Colder temperatures outside of this zone significantly slow down the bacteria’s waste processing capacity. For example, at 50°F (10°C) growth of nitrifying bacteria decreases by 75%. Extremely high temperatures above 35°C/95°F will inhibit their growth.
Sudden and drastic temperature fluctuations can also crash the tank, as the bacteria cannot adapt their metabolism quickly enough.
Keeping nitrifying bacteria in their comfort zone ensures an efficient nitrogen cycle.
|Important: Keep in mind that the relationship between temperature and oxygen solubility follows a general trend: as water temperature increases, its ability to hold dissolved oxygen decreases.
Biological Filtration, Plants, and Water Changes
It is important to remember that nitrates, (the end product of organic decomposition), cannot be removed by beneficial bacteria from the water and gradually accumulate.
In classical aquariums, there are only two ways to remove nitrates:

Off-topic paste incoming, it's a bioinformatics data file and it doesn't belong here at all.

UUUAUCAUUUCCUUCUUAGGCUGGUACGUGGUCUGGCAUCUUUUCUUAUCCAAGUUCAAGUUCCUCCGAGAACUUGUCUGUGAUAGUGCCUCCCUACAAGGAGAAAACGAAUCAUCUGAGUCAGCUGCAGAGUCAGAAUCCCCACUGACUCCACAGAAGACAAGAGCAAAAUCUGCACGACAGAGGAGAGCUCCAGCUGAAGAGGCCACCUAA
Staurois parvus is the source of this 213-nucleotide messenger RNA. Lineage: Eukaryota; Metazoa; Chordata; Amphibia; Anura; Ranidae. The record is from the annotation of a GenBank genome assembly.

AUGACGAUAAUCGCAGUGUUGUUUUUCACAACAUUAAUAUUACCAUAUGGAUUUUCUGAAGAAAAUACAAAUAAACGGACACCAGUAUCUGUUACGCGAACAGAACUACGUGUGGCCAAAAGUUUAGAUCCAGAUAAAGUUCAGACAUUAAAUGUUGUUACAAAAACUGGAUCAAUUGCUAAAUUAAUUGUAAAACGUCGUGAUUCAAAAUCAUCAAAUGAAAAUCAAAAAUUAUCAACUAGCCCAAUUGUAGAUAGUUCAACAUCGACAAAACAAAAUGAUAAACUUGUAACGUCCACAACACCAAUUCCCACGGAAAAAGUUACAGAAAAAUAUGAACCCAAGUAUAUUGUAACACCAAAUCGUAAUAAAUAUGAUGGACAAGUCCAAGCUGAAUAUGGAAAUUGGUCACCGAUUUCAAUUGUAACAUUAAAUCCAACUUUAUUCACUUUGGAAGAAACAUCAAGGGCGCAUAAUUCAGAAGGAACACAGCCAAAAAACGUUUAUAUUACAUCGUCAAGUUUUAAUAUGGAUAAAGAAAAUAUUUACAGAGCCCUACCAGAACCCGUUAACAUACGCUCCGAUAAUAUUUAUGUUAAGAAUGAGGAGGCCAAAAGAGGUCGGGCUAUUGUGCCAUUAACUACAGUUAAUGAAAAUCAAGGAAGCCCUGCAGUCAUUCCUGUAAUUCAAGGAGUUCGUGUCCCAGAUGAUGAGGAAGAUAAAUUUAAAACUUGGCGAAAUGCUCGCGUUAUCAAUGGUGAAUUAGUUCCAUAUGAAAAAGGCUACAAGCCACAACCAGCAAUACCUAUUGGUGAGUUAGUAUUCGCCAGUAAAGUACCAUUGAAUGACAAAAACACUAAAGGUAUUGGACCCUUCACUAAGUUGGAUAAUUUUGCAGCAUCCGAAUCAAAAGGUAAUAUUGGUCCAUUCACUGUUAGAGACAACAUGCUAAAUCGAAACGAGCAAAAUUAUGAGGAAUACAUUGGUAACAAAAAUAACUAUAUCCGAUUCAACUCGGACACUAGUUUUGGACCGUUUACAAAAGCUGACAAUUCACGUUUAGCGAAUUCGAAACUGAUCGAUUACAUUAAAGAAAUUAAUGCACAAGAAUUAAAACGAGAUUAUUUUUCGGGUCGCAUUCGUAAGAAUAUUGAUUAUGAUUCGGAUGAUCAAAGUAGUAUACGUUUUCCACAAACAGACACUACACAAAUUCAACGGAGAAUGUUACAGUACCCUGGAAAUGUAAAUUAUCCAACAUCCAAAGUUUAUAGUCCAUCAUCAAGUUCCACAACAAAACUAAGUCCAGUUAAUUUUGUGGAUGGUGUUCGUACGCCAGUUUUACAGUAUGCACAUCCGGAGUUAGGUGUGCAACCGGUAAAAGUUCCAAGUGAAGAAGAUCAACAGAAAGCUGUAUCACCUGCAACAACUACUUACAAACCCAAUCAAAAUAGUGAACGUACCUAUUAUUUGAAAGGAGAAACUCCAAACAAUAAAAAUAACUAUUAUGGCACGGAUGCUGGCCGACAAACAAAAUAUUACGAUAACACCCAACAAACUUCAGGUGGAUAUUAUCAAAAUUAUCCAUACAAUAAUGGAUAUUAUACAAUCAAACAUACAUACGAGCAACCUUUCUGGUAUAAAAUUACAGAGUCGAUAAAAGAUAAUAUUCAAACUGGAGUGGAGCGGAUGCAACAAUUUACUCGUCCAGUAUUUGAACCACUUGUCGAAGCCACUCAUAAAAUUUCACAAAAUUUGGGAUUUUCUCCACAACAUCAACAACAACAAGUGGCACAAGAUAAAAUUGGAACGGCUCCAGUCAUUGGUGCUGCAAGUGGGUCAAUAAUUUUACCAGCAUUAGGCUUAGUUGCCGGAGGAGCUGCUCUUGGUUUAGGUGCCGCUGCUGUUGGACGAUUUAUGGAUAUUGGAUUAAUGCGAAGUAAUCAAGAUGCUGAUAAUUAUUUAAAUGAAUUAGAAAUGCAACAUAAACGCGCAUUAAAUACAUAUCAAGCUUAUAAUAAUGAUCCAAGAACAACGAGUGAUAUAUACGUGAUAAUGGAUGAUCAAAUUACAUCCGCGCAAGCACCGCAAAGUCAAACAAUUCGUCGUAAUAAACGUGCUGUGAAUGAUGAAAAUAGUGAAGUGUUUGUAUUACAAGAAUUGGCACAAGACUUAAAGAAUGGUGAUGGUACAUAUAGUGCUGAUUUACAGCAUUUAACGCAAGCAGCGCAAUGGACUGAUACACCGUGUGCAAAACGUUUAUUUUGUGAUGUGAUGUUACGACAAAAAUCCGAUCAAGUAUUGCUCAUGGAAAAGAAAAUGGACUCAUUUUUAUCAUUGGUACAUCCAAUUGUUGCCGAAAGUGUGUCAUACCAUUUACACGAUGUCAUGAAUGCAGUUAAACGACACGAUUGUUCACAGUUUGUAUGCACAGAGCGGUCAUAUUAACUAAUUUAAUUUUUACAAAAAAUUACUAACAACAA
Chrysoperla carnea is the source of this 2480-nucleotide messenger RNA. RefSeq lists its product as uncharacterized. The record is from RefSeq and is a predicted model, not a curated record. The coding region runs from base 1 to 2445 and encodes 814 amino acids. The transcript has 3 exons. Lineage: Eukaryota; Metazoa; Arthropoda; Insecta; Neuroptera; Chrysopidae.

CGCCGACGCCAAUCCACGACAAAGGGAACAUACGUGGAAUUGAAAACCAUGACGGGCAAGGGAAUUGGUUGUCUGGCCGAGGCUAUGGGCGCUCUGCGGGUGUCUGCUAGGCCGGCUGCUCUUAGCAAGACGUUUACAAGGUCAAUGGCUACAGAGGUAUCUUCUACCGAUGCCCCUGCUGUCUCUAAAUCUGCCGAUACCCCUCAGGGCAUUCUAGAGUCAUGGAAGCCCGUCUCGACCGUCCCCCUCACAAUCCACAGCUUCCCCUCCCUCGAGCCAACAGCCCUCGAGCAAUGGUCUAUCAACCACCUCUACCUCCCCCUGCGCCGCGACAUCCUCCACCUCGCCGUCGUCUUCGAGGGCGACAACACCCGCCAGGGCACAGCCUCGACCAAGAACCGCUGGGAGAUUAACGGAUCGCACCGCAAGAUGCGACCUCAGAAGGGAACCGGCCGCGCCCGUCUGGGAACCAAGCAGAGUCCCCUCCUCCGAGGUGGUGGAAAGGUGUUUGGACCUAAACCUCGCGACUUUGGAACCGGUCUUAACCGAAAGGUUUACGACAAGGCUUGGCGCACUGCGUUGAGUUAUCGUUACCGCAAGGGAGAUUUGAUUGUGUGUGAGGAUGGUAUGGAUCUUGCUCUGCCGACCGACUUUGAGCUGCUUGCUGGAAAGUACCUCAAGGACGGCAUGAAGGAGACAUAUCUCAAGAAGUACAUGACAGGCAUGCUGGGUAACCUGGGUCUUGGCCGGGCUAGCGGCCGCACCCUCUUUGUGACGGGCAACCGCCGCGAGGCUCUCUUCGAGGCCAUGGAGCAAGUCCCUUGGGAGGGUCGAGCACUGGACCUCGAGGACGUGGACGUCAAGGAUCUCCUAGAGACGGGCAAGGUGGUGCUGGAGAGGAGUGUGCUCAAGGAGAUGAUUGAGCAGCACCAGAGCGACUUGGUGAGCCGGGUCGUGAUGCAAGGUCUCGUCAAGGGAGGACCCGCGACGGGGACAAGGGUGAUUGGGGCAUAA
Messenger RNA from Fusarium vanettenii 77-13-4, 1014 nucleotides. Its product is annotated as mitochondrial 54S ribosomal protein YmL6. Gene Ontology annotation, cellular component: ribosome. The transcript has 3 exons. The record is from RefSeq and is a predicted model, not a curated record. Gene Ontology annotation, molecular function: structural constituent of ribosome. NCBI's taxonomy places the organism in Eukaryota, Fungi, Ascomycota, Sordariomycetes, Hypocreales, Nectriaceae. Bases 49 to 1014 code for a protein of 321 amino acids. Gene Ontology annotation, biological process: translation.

- aquatic plants,
- water changes.
Note: Anaerobic bacteria (Heterotrophic bacteria) can do that but they will require a special setup with deep substrate.
Therefore, biological filtration should never be considered a replacement for water changes. Regular water changes are essential regardless of the type of biological filters in use.
For example, in fish tanks, it is recommended to perform water changes of at least 20-30% of the aquarium volume once a week. In shrimp tanks, we can do 10-15% water changes, since they do not produce a lot of waste.
If you experience elevated ammonia or nitrite levels, there are several potential causes to check:
- Insufficient surface area. Upgrade to more porous media like ceramic rings.
- Too little media volume. Fill at least 2/3 of the filter chamber.
- Low oxygen. Improve water circulation and surface agitation.
- Cold temperatures. Raise temp gradually to the ideal range for the beneficial bacteria.
Quick Comparison of Biological Filtration Systems
- Canister filters. They provide large media volumes and customizable flow rates ideal for biological filtration.
Efficiency (Rating: 9/10)